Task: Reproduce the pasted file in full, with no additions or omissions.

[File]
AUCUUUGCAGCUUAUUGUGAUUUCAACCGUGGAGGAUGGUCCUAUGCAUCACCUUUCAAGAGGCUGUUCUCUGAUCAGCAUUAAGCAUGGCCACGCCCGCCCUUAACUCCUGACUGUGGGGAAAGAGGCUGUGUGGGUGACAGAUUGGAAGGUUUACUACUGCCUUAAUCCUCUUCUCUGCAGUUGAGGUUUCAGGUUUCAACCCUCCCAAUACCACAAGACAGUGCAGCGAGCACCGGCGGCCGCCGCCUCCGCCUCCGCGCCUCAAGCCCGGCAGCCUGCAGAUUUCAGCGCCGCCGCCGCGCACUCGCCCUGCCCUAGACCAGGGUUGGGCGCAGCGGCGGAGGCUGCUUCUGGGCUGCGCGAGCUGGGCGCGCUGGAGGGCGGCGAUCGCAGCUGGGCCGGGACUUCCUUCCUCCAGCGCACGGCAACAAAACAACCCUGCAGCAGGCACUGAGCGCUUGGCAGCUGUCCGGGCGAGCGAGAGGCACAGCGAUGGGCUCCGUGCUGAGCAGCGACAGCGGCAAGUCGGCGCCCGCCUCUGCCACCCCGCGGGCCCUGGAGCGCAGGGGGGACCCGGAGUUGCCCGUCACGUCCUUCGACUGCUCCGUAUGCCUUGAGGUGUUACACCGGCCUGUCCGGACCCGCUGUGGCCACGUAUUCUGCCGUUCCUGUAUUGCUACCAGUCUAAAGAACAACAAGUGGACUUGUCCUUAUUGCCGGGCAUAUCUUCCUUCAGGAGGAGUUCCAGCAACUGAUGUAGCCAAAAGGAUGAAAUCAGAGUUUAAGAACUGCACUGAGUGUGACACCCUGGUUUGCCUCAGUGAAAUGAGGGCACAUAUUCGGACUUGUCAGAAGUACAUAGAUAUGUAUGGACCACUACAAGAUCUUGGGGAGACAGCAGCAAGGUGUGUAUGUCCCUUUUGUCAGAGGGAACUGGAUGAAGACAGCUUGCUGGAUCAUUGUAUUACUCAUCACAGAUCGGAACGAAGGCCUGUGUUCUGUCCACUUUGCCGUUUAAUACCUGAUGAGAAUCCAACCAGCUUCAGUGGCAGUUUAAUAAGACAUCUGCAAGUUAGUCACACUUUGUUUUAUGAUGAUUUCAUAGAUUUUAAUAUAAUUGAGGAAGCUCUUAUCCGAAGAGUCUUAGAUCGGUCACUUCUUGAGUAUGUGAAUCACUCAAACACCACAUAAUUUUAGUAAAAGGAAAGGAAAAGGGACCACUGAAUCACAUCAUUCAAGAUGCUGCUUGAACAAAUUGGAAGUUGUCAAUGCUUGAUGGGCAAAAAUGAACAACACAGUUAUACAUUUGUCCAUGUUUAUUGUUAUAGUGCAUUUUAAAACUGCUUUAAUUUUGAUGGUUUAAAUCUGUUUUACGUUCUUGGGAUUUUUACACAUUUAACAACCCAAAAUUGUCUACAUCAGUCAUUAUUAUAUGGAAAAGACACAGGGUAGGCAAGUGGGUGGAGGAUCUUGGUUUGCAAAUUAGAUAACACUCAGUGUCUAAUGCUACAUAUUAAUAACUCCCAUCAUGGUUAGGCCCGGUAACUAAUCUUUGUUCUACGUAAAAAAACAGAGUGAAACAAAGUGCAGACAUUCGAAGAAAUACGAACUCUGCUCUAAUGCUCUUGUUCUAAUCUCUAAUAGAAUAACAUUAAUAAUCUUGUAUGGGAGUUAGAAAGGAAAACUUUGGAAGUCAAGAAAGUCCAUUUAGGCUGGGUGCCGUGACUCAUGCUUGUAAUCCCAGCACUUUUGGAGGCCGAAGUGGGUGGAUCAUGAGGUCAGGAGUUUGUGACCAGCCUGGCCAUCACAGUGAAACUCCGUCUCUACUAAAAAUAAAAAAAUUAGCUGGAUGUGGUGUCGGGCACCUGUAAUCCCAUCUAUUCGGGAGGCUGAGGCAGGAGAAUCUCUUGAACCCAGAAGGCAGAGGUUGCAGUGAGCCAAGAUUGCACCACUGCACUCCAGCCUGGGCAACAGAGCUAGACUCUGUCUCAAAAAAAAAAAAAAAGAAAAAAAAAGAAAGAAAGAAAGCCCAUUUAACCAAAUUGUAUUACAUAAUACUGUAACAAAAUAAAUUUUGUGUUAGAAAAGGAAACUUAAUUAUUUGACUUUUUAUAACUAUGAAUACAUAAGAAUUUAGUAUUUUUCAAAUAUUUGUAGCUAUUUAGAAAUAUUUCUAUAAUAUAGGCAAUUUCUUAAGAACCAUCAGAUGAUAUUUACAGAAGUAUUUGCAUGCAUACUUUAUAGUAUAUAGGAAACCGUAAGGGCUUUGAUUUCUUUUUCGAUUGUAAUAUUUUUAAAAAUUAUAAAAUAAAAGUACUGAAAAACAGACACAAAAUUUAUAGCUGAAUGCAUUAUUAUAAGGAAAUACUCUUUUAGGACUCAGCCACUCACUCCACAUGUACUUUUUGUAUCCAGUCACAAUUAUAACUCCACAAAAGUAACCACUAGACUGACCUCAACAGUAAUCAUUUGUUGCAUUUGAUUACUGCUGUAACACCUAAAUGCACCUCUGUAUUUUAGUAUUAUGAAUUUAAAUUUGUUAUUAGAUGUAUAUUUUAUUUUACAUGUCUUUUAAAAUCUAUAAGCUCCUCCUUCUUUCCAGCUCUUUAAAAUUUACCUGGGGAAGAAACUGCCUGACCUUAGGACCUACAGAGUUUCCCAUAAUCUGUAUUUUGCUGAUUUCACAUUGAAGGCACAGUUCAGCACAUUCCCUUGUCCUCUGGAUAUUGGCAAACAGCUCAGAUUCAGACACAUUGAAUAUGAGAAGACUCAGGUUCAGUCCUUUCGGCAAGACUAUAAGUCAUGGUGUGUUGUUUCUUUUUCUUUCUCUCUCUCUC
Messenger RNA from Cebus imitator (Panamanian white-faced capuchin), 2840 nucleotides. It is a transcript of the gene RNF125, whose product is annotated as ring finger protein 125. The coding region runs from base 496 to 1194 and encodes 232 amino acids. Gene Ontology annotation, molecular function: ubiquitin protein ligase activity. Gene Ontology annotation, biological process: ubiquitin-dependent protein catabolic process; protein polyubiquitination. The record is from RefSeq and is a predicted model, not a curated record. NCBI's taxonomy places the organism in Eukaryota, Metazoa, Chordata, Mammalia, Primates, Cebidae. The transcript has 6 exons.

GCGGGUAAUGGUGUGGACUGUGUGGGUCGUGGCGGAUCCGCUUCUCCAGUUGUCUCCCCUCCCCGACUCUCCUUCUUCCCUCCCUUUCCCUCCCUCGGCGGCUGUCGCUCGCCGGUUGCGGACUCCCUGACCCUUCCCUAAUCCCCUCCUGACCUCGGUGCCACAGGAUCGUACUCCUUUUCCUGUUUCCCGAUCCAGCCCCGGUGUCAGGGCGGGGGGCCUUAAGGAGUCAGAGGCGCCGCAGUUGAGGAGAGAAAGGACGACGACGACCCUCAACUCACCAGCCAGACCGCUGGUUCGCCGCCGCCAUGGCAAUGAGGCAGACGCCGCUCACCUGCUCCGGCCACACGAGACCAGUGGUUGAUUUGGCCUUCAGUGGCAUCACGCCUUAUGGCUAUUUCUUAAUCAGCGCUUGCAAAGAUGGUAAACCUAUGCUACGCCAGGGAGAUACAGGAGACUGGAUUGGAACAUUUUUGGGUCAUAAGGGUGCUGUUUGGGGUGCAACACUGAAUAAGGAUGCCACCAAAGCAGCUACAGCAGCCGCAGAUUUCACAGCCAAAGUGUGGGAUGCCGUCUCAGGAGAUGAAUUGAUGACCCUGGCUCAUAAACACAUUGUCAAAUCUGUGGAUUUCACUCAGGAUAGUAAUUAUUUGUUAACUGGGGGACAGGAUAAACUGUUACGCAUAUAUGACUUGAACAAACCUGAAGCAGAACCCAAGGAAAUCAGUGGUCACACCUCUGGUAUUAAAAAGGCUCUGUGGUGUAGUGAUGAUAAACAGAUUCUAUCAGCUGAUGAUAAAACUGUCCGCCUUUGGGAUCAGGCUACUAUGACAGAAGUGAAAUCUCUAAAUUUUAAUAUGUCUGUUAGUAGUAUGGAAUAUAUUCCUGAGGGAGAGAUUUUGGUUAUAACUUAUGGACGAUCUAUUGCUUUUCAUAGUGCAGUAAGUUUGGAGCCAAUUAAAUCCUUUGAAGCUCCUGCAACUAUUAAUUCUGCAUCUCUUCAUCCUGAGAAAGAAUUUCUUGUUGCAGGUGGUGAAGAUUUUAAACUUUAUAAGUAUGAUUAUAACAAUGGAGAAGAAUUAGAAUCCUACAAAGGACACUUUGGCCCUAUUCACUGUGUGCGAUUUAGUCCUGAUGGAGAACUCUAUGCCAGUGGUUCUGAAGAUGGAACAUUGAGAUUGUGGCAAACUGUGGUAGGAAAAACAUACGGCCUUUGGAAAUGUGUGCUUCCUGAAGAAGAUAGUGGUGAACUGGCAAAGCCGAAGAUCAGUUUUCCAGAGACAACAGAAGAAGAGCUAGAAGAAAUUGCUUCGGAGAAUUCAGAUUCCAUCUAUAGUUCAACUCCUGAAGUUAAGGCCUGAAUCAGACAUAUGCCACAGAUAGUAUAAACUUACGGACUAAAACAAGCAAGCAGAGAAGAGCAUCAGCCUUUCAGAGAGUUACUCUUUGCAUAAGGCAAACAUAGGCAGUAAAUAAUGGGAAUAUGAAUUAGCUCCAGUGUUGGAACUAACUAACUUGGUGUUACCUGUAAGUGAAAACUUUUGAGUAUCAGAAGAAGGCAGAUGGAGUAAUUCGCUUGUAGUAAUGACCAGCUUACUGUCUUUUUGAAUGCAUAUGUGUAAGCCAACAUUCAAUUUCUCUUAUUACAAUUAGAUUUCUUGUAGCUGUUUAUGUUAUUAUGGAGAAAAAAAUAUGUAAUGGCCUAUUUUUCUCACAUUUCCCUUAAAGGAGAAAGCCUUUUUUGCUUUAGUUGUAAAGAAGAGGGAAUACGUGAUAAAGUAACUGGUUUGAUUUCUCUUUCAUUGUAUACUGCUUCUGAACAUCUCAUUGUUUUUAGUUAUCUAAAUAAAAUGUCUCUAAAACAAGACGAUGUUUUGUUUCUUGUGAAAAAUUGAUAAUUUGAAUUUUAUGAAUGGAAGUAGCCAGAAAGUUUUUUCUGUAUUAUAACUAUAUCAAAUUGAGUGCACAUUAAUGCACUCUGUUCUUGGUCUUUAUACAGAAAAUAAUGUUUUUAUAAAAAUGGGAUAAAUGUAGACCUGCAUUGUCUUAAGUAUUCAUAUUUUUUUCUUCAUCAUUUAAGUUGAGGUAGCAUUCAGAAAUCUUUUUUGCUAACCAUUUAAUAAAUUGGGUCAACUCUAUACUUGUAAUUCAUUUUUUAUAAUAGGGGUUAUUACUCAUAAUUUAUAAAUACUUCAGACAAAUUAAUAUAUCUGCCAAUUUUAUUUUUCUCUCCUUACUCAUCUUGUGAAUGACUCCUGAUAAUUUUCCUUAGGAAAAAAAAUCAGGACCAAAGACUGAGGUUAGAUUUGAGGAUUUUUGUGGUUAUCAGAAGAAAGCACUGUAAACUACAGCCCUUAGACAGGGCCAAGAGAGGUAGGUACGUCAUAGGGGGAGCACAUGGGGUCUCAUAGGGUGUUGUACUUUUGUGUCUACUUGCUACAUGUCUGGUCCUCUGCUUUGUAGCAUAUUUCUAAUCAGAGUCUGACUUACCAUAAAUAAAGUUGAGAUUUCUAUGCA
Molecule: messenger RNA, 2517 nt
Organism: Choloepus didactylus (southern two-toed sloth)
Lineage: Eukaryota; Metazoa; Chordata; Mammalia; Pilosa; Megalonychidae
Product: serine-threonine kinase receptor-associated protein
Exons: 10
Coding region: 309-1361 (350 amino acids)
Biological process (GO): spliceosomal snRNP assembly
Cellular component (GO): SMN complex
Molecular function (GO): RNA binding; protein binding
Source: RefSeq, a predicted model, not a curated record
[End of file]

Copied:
AUCUUUGCAGCUUAUUGUGAUUUCAACCGUGGAGGAUGGUCCUAUGCAUCACCUUUCAAGAGGCUGUUCUCUGAUCAGCAUUAAGCAUGGCCACGCCCGCCCUUAACUCCUGACUGUGGGGAAAGAGGCUGUGUGGGUGACAGAUUGGAAGGUUUACUACUGCCUUAAUCCUCUUCUCUGCAGUUGAGGUUUCAGGUUUCAACCCUCCCAAUACCACAAGACAGUGCAGCGAGCACCGGCGGCCGCCGCCUCCGCCUCCGCGCCUCAAGCCCGGCAGCCUGCAGAUUUCAGCGCCGCCGCCGCGCACUCGCCCUGCCCUAGACCAGGGUUGGGCGCAGCGGCGGAGGCUGCUUCUGGGCUGCGCGAGCUGGGCGCGCUGGAGGGCGGCGAUCGCAGCUGGGCCGGGACUUCCUUCCUCCAGCGCACGGCAACAAAACAACCCUGCAGCAGGCACUGAGCGCUUGGCAGCUGUCCGGGCGAGCGAGAGGCACAGCGAUGGGCUCCGUGCUGAGCAGCGACAGCGGCAAGUCGGCGCCCGCCUCUGCCACCCCGCGGGCCCUGGAGCGCAGGGGGGACCCGGAGUUGCCCGUCACGUCCUUCGACUGCUCCGUAUGCCUUGAGGUGUUACACCGGCCUGUCCGGACCCGCUGUGGCCACGUAUUCUGCCGUUCCUGUAUUGCUACCAGUCUAAAGAACAACAAGUGGACUUGUCCUUAUUGCCGGGCAUAUCUUCCUUCAGGAGGAGUUCCAGCAACUGAUGUAGCCAAAAGGAUGAAAUCAGAGUUUAAGAACUGCACUGAGUGUGACACCCUGGUUUGCCUCAGUGAAAUGAGGGCACAUAUUCGGACUUGUCAGAAGUACAUAGAUAUGUAUGGACCACUACAAGAUCUUGGGGAGACAGCAGCAAGGUGUGUAUGUCCCUUUUGUCAGAGGGAACUGGAUGAAGACAGCUUGCUGGAUCAUUGUAUUACUCAUCACAGAUCGGAACGAAGGCCUGUGUUCUGUCCACUUUGCCGUUUAAUACCUGAUGAGAAUCCAACCAGCUUCAGUGGCAGUUUAAUAAGACAUCUGCAAGUUAGUCACACUUUGUUUUAUGAUGAUUUCAUAGAUUUUAAUAUAAUUGAGGAAGCUCUUAUCCGAAGAGUCUUAGAUCGGUCACUUCUUGAGUAUGUGAAUCACUCAAACACCACAUAAUUUUAGUAAAAGGAAAGGAAAAGGGACCACUGAAUCACAUCAUUCAAGAUGCUGCUUGAACAAAUUGGAAGUUGUCAAUGCUUGAUGGGCAAAAAUGAACAACACAGUUAUACAUUUGUCCAUGUUUAUUGUUAUAGUGCAUUUUAAAACUGCUUUAAUUUUGAUGGUUUAAAUCUGUUUUACGUUCUUGGGAUUUUUACACAUUUAACAACCCAAAAUUGUCUACAUCAGUCAUUAUUAUAUGGAAAAGACACAGGGUAGGCAAGUGGGUGGAGGAUCUUGGUUUGCAAAUUAGAUAACACUCAGUGUCUAAUGCUACAUAUUAAUAACUCCCAUCAUGGUUAGGCCCGGUAACUAAUCUUUGUUCUACGUAAAAAAACAGAGUGAAACAAAGUGCAGACAUUCGAAGAAAUACGAACUCUGCUCUAAUGCUCUUGUUCUAAUCUCUAAUAGAAUAACAUUAAUAAUCUUGUAUGGGAGUUAGAAAGGAAAACUUUGGAAGUCAAGAAAGUCCAUUUAGGCUGGGUGCCGUGACUCAUGCUUGUAAUCCCAGCACUUUUGGAGGCCGAAGUGGGUGGAUCAUGAGGUCAGGAGUUUGUGACCAGCCUGGCCAUCACAGUGAAACUCCGUCUCUACUAAAAAUAAAAAAAUUAGCUGGAUGUGGUGUCGGGCACCUGUAAUCCCAUCUAUUCGGGAGGCUGAGGCAGGAGAAUCUCUUGAACCCAGAAGGCAGAGGUUGCAGUGAGCCAAGAUUGCACCACUGCACUCCAGCCUGGGCAACAGAGCUAGACUCUGUCUCAAAAAAAAAAAAAAAGAAAAAAAAAGAAAGAAAGAAAGCCCAUUUAACCAAAUUGUAUUACAUAAUACUGUAACAAAAUAAAUUUUGUGUUAGAAAAGGAAACUUAAUUAUUUGACUUUUUAUAACUAUGAAUACAUAAGAAUUUAGUAUUUUUCAAAUAUUUGUAGCUAUUUAGAAAUAUUUCUAUAAUAUAGGCAAUUUCUUAAGAACCAUCAGAUGAUAUUUACAGAAGUAUUUGCAUGCAUACUUUAUAGUAUAUAGGAAACCGUAAGGGCUUUGAUUUCUUUUUCGAUUGUAAUAUUUUUAAAAAUUAUAAAAUAAAAGUACUGAAAAACAGACACAAAAUUUAUAGCUGAAUGCAUUAUUAUAAGGAAAUACUCUUUUAGGACUCAGCCACUCACUCCACAUGUACUUUUUGUAUCCAGUCACAAUUAUAACUCCACAAAAGUAACCACUAGACUGACCUCAACAGUAAUCAUUUGUUGCAUUUGAUUACUGCUGUAACACCUAAAUGCACCUCUGUAUUUUAGUAUUAUGAAUUUAAAUUUGUUAUUAGAUGUAUAUUUUAUUUUACAUGUCUUUUAAAAUCUAUAAGCUCCUCCUUCUUUCCAGCUCUUUAAAAUUUACCUGGGGAAGAAACUGCCUGACCUUAGGACCUACAGAGUUUCCCAUAAUCUGUAUUUUGCUGAUUUCACAUUGAAGGCACAGUUCAGCACAUUCCCUUGUCCUCUGGAUAUUGGCAAACAGCUCAGAUUCAGACACAUUGAAUAUGAGAAGACUCAGGUUCAGUCCUUUCGGCAAGACUAUAAGUCAUGGUGUGUUGUUUCUUUUUCUUUCUCUCUCUCUC
Messenger RNA from Cebus imitator (Panamanian white-faced capuchin), 2840 nucleotides. It is a transcript of the gene RNF125, whose product is annotated as ring finger protein 125. The coding region runs from base 496 to 1194 and encodes 232 amino acids. Gene Ontology annotation, molecular function: ubiquitin protein ligase activity. Gene Ontology annotation, biological process: ubiquitin-dependent protein catabolic process; protein polyubiquitination. The record is from RefSeq and is a predicted model, not a curated record. NCBI's taxonomy places the organism in Eukaryota, Metazoa, Chordata, Mammalia, Primates, Cebidae. The transcript has 6 exons.

GCGGGUAAUGGUGUGGACUGUGUGGGUCGUGGCGGAUCCGCUUCUCCAGUUGUCUCCCCUCCCCGACUCUCCUUCUUCCCUCCCUUUCCCUCCCUCGGCGGCUGUCGCUCGCCGGUUGCGGACUCCCUGACCCUUCCCUAAUCCCCUCCUGACCUCGGUGCCACAGGAUCGUACUCCUUUUCCUGUUUCCCGAUCCAGCCCCGGUGUCAGGGCGGGGGGCCUUAAGGAGUCAGAGGCGCCGCAGUUGAGGAGAGAAAGGACGACGACGACCCUCAACUCACCAGCCAGACCGCUGGUUCGCCGCCGCCAUGGCAAUGAGGCAGACGCCGCUCACCUGCUCCGGCCACACGAGACCAGUGGUUGAUUUGGCCUUCAGUGGCAUCACGCCUUAUGGCUAUUUCUUAAUCAGCGCUUGCAAAGAUGGUAAACCUAUGCUACGCCAGGGAGAUACAGGAGACUGGAUUGGAACAUUUUUGGGUCAUAAGGGUGCUGUUUGGGGUGCAACACUGAAUAAGGAUGCCACCAAAGCAGCUACAGCAGCCGCAGAUUUCACAGCCAAAGUGUGGGAUGCCGUCUCAGGAGAUGAAUUGAUGACCCUGGCUCAUAAACACAUUGUCAAAUCUGUGGAUUUCACUCAGGAUAGUAAUUAUUUGUUAACUGGGGGACAGGAUAAACUGUUACGCAUAUAUGACUUGAACAAACCUGAAGCAGAACCCAAGGAAAUCAGUGGUCACACCUCUGGUAUUAAAAAGGCUCUGUGGUGUAGUGAUGAUAAACAGAUUCUAUCAGCUGAUGAUAAAACUGUCCGCCUUUGGGAUCAGGCUACUAUGACAGAAGUGAAAUCUCUAAAUUUUAAUAUGUCUGUUAGUAGUAUGGAAUAUAUUCCUGAGGGAGAGAUUUUGGUUAUAACUUAUGGACGAUCUAUUGCUUUUCAUAGUGCAGUAAGUUUGGAGCCAAUUAAAUCCUUUGAAGCUCCUGCAACUAUUAAUUCUGCAUCUCUUCAUCCUGAGAAAGAAUUUCUUGUUGCAGGUGGUGAAGAUUUUAAACUUUAUAAGUAUGAUUAUAACAAUGGAGAAGAAUUAGAAUCCUACAAAGGACACUUUGGCCCUAUUCACUGUGUGCGAUUUAGUCCUGAUGGAGAACUCUAUGCCAGUGGUUCUGAAGAUGGAACAUUGAGAUUGUGGCAAACUGUGGUAGGAAAAACAUACGGCCUUUGGAAAUGUGUGCUUCCUGAAGAAGAUAGUGGUGAACUGGCAAAGCCGAAGAUCAGUUUUCCAGAGACAACAGAAGAAGAGCUAGAAGAAAUUGCUUCGGAGAAUUCAGAUUCCAUCUAUAGUUCAACUCCUGAAGUUAAGGCCUGAAUCAGACAUAUGCCACAGAUAGUAUAAACUUACGGACUAAAACAAGCAAGCAGAGAAGAGCAUCAGCCUUUCAGAGAGUUACUCUUUGCAUAAGGCAAACAUAGGCAGUAAAUAAUGGGAAUAUGAAUUAGCUCCAGUGUUGGAACUAACUAACUUGGUGUUACCUGUAAGUGAAAACUUUUGAGUAUCAGAAGAAGGCAGAUGGAGUAAUUCGCUUGUAGUAAUGACCAGCUUACUGUCUUUUUGAAUGCAUAUGUGUAAGCCAACAUUCAAUUUCUCUUAUUACAAUUAGAUUUCUUGUAGCUGUUUAUGUUAUUAUGGAGAAAAAAAUAUGUAAUGGCCUAUUUUUCUCACAUUUCCCUUAAAGGAGAAAGCCUUUUUUGCUUUAGUUGUAAAGAAGAGGGAAUACGUGAUAAAGUAACUGGUUUGAUUUCUCUUUCAUUGUAUACUGCUUCUGAACAUCUCAUUGUUUUUAGUUAUCUAAAUAAAAUGUCUCUAAAACAAGACGAUGUUUUGUUUCUUGUGAAAAAUUGAUAAUUUGAAUUUUAUGAAUGGAAGUAGCCAGAAAGUUUUUUCUGUAUUAUAACUAUAUCAAAUUGAGUGCACAUUAAUGCACUCUGUUCUUGGUCUUUAUACAGAAAAUAAUGUUUUUAUAAAAAUGGGAUAAAUGUAGACCUGCAUUGUCUUAAGUAUUCAUAUUUUUUUCUUCAUCAUUUAAGUUGAGGUAGCAUUCAGAAAUCUUUUUUGCUAACCAUUUAAUAAAUUGGGUCAACUCUAUACUUGUAAUUCAUUUUUUAUAAUAGGGGUUAUUACUCAUAAUUUAUAAAUACUUCAGACAAAUUAAUAUAUCUGCCAAUUUUAUUUUUCUCUCCUUACUCAUCUUGUGAAUGACUCCUGAUAAUUUUCCUUAGGAAAAAAAAUCAGGACCAAAGACUGAGGUUAGAUUUGAGGAUUUUUGUGGUUAUCAGAAGAAAGCACUGUAAACUACAGCCCUUAGACAGGGCCAAGAGAGGUAGGUACGUCAUAGGGGGAGCACAUGGGGUCUCAUAGGGUGUUGUACUUUUGUGUCUACUUGCUACAUGUCUGGUCCUCUGCUUUGUAGCAUAUUUCUAAUCAGAGUCUGACUUACCAUAAAUAAAGUUGAGAUUUCUAUGCA
Molecule: messenger RNA, 2517 nt
Organism: Choloepus didactylus (southern two-toed sloth)
Lineage: Eukaryota; Metazoa; Chordata; Mammalia; Pilosa; Megalonychidae
Product: serine-threonine kinase receptor-associated protein
Exons: 10
Coding region: 309-1361 (350 amino acids)
Biological process (GO): spliceosomal snRNP assembly
Cellular component (GO): SMN complex
Molecular function (GO): RNA binding; protein binding
Source: RefSeq, a predicted model, not a curated record